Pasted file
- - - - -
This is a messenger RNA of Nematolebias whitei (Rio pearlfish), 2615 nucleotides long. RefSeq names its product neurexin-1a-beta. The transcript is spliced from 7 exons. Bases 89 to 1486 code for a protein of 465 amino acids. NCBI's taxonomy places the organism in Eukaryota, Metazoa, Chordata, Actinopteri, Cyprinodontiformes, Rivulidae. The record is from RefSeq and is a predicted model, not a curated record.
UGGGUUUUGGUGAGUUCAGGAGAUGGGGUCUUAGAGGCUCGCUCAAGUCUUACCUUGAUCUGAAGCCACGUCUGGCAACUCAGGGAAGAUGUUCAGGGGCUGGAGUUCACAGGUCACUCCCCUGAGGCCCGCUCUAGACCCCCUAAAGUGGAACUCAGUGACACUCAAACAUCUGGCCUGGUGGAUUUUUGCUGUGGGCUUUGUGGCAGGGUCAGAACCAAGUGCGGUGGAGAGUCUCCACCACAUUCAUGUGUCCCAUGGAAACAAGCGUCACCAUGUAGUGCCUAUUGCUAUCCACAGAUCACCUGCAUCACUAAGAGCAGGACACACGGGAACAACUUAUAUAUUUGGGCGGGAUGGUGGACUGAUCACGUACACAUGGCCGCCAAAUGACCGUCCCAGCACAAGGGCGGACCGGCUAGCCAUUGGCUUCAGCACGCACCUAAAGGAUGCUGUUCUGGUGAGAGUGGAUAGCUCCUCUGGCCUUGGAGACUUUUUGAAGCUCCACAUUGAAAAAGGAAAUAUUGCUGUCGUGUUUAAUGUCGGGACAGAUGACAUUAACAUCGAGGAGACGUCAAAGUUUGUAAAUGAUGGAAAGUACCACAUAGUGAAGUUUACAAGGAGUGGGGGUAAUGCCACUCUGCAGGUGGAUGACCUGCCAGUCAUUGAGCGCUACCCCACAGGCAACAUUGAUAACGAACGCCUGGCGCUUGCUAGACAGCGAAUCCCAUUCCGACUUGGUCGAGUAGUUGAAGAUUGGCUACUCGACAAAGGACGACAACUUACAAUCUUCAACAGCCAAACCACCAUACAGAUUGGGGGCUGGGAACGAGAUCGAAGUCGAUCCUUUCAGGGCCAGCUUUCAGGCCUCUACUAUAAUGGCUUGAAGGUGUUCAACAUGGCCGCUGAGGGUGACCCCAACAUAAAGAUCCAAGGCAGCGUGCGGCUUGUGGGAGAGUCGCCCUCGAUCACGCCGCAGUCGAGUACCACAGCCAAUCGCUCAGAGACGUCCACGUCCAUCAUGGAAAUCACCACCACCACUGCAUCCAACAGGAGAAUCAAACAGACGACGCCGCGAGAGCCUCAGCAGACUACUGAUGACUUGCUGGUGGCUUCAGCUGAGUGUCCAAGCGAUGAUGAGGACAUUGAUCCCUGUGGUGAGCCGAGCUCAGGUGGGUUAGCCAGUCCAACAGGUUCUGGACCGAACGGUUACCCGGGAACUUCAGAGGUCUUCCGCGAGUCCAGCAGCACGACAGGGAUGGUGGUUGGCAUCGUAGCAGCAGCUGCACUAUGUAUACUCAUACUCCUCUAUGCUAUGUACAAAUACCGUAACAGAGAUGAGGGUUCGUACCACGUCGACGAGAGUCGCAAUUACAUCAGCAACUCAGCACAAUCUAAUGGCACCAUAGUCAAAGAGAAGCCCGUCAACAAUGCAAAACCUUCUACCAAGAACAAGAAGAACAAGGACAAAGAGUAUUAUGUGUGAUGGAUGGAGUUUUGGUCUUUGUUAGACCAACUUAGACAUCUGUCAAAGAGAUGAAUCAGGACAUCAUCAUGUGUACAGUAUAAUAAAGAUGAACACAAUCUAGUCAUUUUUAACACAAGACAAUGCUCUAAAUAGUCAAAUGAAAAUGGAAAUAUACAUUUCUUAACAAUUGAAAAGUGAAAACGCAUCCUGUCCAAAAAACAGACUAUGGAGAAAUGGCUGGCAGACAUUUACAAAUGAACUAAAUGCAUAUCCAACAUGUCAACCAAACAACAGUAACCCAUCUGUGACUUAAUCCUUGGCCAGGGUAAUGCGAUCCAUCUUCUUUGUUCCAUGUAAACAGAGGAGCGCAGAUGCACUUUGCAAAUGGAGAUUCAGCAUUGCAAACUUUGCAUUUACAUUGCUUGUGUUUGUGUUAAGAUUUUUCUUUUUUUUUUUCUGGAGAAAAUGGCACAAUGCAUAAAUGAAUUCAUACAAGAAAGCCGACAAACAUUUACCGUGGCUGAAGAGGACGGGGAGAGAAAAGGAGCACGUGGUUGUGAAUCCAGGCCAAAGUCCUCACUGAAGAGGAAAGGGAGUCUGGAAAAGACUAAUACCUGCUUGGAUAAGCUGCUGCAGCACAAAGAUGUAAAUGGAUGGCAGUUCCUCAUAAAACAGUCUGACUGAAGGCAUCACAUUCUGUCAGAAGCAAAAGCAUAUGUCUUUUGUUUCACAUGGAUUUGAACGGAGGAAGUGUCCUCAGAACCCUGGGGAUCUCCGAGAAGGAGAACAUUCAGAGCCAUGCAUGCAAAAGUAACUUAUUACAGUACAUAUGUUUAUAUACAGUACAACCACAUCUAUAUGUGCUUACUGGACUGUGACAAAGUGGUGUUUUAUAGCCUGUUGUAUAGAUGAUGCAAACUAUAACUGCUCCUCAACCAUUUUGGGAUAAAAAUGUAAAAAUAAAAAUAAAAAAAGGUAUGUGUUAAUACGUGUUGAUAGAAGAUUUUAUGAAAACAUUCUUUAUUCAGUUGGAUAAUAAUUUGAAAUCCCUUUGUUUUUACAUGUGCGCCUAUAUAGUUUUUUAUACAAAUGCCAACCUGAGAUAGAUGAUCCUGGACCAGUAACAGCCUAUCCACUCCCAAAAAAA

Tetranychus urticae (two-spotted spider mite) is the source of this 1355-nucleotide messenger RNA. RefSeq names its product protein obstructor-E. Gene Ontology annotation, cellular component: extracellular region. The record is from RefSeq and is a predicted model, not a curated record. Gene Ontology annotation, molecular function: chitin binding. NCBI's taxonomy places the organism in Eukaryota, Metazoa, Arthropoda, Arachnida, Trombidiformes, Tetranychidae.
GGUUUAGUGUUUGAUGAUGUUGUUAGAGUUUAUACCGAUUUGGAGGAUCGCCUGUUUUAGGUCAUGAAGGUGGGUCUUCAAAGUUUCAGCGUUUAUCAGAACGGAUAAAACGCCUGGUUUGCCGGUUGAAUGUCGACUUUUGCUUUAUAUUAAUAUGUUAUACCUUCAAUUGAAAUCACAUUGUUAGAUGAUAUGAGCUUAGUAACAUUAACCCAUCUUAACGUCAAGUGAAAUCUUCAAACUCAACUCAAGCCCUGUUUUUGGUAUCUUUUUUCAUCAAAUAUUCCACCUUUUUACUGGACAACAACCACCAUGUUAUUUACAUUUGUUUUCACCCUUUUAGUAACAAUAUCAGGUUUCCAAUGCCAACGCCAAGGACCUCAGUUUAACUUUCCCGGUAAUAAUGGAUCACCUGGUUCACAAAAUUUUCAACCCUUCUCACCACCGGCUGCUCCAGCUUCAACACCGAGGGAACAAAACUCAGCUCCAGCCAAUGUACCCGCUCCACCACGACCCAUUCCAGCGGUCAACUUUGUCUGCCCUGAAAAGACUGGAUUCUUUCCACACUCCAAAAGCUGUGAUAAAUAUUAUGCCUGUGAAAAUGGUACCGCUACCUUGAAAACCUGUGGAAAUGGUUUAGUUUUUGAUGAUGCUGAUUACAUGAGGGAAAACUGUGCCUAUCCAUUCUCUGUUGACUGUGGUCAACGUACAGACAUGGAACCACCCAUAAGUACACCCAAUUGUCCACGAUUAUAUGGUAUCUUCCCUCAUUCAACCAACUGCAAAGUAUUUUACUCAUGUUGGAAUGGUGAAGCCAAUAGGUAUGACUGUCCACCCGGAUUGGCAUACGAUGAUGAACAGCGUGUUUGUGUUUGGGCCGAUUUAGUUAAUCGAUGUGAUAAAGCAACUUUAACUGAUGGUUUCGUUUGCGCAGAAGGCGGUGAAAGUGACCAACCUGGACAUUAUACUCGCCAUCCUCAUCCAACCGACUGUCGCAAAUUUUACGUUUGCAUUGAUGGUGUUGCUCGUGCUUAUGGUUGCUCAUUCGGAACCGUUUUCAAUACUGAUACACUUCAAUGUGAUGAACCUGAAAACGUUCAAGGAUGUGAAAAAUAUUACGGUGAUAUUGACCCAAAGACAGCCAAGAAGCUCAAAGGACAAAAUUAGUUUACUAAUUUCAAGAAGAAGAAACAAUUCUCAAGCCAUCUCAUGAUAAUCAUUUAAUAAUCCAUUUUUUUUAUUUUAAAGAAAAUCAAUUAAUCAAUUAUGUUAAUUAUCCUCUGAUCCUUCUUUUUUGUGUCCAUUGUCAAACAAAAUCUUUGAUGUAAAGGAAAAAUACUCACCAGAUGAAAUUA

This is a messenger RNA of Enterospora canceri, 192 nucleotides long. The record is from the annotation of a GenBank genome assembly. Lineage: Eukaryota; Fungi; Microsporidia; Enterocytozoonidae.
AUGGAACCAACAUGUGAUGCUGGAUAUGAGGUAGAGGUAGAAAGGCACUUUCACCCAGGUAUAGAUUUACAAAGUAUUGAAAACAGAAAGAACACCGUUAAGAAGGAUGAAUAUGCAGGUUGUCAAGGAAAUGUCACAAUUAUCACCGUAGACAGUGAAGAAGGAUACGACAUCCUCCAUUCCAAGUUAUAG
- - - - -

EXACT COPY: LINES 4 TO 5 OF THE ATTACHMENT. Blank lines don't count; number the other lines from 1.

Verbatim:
GGUUUAGUGUUUGAUGAUGUUGUUAGAGUUUAUACCGAUUUGGAGGAUCGCCUGUUUUAGGUCAUGAAGGUGGGUCUUCAAAGUUUCAGCGUUUAUCAGAACGGAUAAAACGCCUGGUUUGCCGGUUGAAUGUCGACUUUUGCUUUAUAUUAAUAUGUUAUACCUUCAAUUGAAAUCACAUUGUUAGAUGAUAUGAGCUUAGUAACAUUAACCCAUCUUAACGUCAAGUGAAAUCUUCAAACUCAACUCAAGCCCUGUUUUUGGUAUCUUUUUUCAUCAAAUAUUCCACCUUUUUACUGGACAACAACCACCAUGUUAUUUACAUUUGUUUUCACCCUUUUAGUAACAAUAUCAGGUUUCCAAUGCCAACGCCAAGGACCUCAGUUUAACUUUCCCGGUAAUAAUGGAUCACCUGGUUCACAAAAUUUUCAACCCUUCUCACCACCGGCUGCUCCAGCUUCAACACCGAGGGAACAAAACUCAGCUCCAGCCAAUGUACCCGCUCCACCACGACCCAUUCCAGCGGUCAACUUUGUCUGCCCUGAAAAGACUGGAUUCUUUCCACACUCCAAAAGCUGUGAUAAAUAUUAUGCCUGUGAAAAUGGUACCGCUACCUUGAAAACCUGUGGAAAUGGUUUAGUUUUUGAUGAUGCUGAUUACAUGAGGGAAAACUGUGCCUAUCCAUUCUCUGUUGACUGUGGUCAACGUACAGACAUGGAACCACCCAUAAGUACACCCAAUUGUCCACGAUUAUAUGGUAUCUUCCCUCAUUCAACCAACUGCAAAGUAUUUUACUCAUGUUGGAAUGGUGAAGCCAAUAGGUAUGACUGUCCACCCGGAUUGGCAUACGAUGAUGAACAGCGUGUUUGUGUUUGGGCCGAUUUAGUUAAUCGAUGUGAUAAAGCAACUUUAACUGAUGGUUUCGUUUGCGCAGAAGGCGGUGAAAGUGACCAACCUGGACAUUAUACUCGCCAUCCUCAUCCAACCGACUGUCGCAAAUUUUACGUUUGCAUUGAUGGUGUUGCUCGUGCUUAUGGUUGCUCAUUCGGAACCGUUUUCAAUACUGAUACACUUCAAUGUGAUGAACCUGAAAACGUUCAAGGAUGUGAAAAAUAUUACGGUGAUAUUGACCCAAAGACAGCCAAGAAGCUCAAAGGACAAAAUUAGUUUACUAAUUUCAAGAAGAAGAAACAAUUCUCAAGCCAUCUCAUGAUAAUCAUUUAAUAAUCCAUUUUUUUUAUUUUAAAGAAAAUCAAUUAAUCAAUUAUGUUAAUUAUCCUCUGAUCCUUCUUUUUUGUGUCCAUUGUCAAACAAAAUCUUUGAUGUAAAGGAAAAAUACUCACCAGAUGAAAUUA

This is a messenger RNA of Enterospora canceri, 192 nucleotides long. The record is from the annotation of a GenBank genome assembly. Lineage: Eukaryota; Fungi; Microsporidia; Enterocytozoonidae.